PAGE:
Bronte's Influence on Readers' Attitudes Towards Heathcliff in Wuthering Heights
In Emily Bronte's famous novel Wuthering Heights, Heathcliff is indisputably an evil character. He commits innumerable atrocious acts, yet Bronte ensures that one cannot help but feel sympathy towards him. One reason that the book is considered a study in psychology is the manner in which Bronte tricks the reader into justifying and accepting Heathcliff's cruelty. The author's virtuosic manipulation of conflicting emotions is what gives the simple plot and characters of Wuthering Heights' their intensity and intrigue.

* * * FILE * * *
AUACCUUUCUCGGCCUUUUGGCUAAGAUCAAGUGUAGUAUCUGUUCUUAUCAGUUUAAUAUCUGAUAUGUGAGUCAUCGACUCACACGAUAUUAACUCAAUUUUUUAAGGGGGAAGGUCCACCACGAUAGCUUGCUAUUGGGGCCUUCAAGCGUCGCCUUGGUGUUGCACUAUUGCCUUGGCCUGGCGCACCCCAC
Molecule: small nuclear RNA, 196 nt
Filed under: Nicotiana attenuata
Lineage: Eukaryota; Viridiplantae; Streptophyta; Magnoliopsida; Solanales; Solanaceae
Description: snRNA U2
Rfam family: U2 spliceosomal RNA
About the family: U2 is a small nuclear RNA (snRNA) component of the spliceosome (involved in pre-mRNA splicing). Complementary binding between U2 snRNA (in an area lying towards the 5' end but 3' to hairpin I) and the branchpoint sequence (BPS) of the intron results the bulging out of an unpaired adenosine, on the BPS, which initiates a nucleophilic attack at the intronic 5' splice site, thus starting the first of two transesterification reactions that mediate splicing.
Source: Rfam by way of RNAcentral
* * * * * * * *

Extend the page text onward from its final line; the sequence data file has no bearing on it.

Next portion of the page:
Heathcliff is first introduced as "a dirty, ragged, black-haired child" (Bronte 34) that Mr. Earnshaw brings home from Liverpool. Earnshaw names the boy after his deceased son, but the other members of the family refer to him as "it." The reader cannot help but pity Heathcliff due to Bronte's description of how "he would stand Hindley's blows without winking or shedding a tear" (Bronte 35). The reader also thinks less of the other children because of their cruelty, which only serves to amplify sympathy for Heathcliff. As Heathcliff grows older, he and Catherine become friends; but after Catherine becomes friends with the Lintons, Heathcliff feels unworthy of...
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